Octopath Traveler: From a Retro Gamer’s Perspective
By Seumas the Kilted Gamer
April 27, 2021
Would you like a good RPG to play, one that intrigues, one that engages, and one that not only entertains but requires planning and good tactics for successful battling? Well, you have found all of that AND MORE in Octopath Traveler!
But before I go any further, I feel I should clarify something, something that to me wasn’t quite clear until recently. Nowadays, turn-based RPGs (role playing games) like Octopath Traveler are considered JRPGs. JRPGs have their origin in Japan, hence the “J” in JRPG (Japanese Role Playing Game). Some other games of that ilk include Final Fantasy and Dragon Warrior, both of which are also turn-based RPGs.
At the time, games like that were just RPGs, but now, with the advent of games like World of Warcraft and The Witcher (both of which are their own style of RPG), titles like Final Fantasy and Octopath Traveler (games which originate in Japan) are known as JRPGs. Though JRPGs are more specific as to the type of game being described, I still mostly use RPG; I guess I’m old school in that regard, ha ha!
Character Diversity/Job Classes
Octopath Traveler is a game that appeals to me because I love turn-based RPGs, and I also love to travel. It is a game wherein you have eight characters, each with their own path to follow. As you progress through the game you meet up with the other characters and have them join your party. As each character has their own path (with chapters), when you travel the land of Osterra, you’ll have the option of resuming a character’s story upon entering a certain village.
Each character has a primary job: You have a scholar, a cleric, a warrior, an apothecary, a dancer, a merchant, a hunter, and a thief. You can utilize each character’s specific job actions in and out of battle. For example, during battle the scholar uses a study foe ability that allows you to learn the enemies’ weaknesses. The apothecary uses a concoct ability that allows you to mix items together to heal your allies or harm your foes.
Out of battle, path actions are used to gain insight into non-playable characters and also to gain access to certain areas, move people out of your way that are blocking entrances to buildings, etc. Out of battle, the cleric can “guide” an individual, which allows you to summon that person in battle. The warrior can challenge people to a duel, which is necessary to gain entrance to certain places or to move forward in the story.
One thing that makes this game unique is the ability of the characters to take on secondary jobs. Secondary jobs can only be used in battle, but they are useful, especially when you’re further into the game and you have difficulty with monsters in battle.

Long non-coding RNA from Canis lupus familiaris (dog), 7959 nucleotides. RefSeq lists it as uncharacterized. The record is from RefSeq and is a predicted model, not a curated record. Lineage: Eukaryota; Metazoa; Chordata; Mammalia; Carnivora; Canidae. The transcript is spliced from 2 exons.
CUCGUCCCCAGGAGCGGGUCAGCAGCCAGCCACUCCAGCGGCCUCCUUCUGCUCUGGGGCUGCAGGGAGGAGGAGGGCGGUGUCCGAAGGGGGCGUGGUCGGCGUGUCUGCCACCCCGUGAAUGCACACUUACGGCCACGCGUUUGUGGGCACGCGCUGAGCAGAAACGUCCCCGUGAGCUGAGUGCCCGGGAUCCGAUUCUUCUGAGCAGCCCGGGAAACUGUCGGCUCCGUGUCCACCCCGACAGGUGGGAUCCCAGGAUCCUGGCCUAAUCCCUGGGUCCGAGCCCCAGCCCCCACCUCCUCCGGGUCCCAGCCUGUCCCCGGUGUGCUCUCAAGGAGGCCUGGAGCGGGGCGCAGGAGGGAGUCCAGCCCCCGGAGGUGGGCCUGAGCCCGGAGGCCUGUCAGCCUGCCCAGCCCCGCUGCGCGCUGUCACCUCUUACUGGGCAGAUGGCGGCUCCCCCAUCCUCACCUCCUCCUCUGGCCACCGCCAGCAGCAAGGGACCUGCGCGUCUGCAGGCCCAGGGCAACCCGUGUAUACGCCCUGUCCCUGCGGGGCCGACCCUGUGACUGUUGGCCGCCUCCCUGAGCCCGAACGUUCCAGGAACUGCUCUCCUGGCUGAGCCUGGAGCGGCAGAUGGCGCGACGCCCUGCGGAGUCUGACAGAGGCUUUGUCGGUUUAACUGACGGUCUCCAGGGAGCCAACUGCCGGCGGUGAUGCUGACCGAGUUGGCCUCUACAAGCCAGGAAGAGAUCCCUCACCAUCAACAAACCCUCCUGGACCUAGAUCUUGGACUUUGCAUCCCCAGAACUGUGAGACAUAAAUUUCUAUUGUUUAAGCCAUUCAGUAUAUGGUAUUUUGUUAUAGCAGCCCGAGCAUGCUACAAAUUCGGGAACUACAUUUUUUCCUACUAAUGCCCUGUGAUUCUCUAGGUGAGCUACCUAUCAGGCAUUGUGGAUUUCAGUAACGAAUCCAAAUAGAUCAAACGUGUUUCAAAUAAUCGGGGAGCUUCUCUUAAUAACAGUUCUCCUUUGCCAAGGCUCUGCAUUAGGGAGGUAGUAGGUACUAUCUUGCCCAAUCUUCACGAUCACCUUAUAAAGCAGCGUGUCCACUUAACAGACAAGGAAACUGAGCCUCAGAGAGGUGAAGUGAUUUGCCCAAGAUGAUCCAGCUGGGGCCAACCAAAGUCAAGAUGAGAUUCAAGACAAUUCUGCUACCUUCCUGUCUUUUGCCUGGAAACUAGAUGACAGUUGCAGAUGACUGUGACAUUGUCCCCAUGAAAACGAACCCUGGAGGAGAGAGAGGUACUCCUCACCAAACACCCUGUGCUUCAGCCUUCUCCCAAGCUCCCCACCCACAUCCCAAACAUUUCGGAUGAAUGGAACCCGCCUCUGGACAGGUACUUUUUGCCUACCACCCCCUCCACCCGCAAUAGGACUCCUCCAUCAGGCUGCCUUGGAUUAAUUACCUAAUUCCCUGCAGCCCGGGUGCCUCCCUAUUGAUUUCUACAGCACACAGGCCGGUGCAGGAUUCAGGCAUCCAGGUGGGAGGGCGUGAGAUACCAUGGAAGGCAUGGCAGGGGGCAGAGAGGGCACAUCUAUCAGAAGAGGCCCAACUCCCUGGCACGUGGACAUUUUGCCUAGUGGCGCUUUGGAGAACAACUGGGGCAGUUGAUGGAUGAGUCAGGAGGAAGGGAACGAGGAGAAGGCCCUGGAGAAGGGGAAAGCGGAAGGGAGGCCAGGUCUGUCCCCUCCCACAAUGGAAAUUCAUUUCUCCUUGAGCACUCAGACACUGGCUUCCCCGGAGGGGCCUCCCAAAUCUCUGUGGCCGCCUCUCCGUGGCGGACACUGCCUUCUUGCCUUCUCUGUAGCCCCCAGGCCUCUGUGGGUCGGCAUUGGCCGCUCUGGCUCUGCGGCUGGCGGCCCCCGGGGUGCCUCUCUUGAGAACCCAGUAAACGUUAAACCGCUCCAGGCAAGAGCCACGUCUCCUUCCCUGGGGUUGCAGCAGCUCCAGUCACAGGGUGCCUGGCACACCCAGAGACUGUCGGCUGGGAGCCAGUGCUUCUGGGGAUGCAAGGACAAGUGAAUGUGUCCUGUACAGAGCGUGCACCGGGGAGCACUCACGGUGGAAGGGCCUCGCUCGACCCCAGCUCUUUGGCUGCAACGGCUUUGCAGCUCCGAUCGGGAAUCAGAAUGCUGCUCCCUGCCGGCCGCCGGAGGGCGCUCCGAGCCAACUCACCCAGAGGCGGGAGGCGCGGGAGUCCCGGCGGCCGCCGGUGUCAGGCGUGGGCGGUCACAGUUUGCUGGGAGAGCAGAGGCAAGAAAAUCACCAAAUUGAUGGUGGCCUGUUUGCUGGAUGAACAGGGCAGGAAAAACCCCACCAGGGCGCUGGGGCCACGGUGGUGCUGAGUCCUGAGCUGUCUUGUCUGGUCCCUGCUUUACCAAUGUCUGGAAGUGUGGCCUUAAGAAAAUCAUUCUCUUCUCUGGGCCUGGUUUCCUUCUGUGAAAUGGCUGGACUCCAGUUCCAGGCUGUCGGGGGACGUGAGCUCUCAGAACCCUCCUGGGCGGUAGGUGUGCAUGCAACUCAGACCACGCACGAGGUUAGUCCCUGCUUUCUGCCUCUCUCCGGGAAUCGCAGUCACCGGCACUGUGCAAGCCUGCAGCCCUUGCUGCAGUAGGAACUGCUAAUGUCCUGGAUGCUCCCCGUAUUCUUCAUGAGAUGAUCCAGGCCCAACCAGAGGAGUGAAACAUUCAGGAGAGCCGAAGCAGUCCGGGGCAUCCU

The graphics in this game successfully combine old and new styles. The 16-bit Super Nintendo era graphics, combined with modern Switch imagery, is a beautiful reminder that RPGs (excuse me, JRPGs) are still alive and kicking; and for me especially, I like the reminiscing ambience of the combination of old and new graphics. While new technology does have benefits, it is important to me as a gamer to not forget about the past.
The music in this game has some of the most engrossing music, some of the best, music I’ve heard in gaming. The soundtracks were so well put together that I bought the Octopath Traveler Original Soundtrack 4-disc set. The musicians are talented without a doubt, and you can feel the heart and soul that was put into the music.
The controls are very straightforward and easy to master. Personally I like to use the Joy-Con controllers while playing the game because you get the rumble effect when attacking enemies or casting attack magic on an enemy. Some controllers with cords that are available for the Nintendo Switch unfortunately do not have a rumble feature. With that said, I favor the Joy-Cons. When I need to charge my Joy-Cons, the corded controllers are obviously the best option unless you have extra Joy-Cons or other controllers with a rumble feature.
With all of the abilities and skills you gain in this game, battles can prove to be fun and challenging. Good tactics and planning are important to make it out of the battles alive. As each character has their own unique abilities, planning a good strategy for an upcoming boss fight, to me, is fun and exciting!
Octopath Traveler does have replay value in my opinion. I love turn-based RPGs, so I will come back to this game again and again and again, as it is fun to play. Also, since you can choose from any of the eight characters to start your game, it would be interesting to play the game again with a different starting character.
So yes, as a retro gamer (who also enjoys modern gaming), I find Octopath Traveler to be well worth playing! May your next time through the game bring you more enjoyment, as I know it will to me!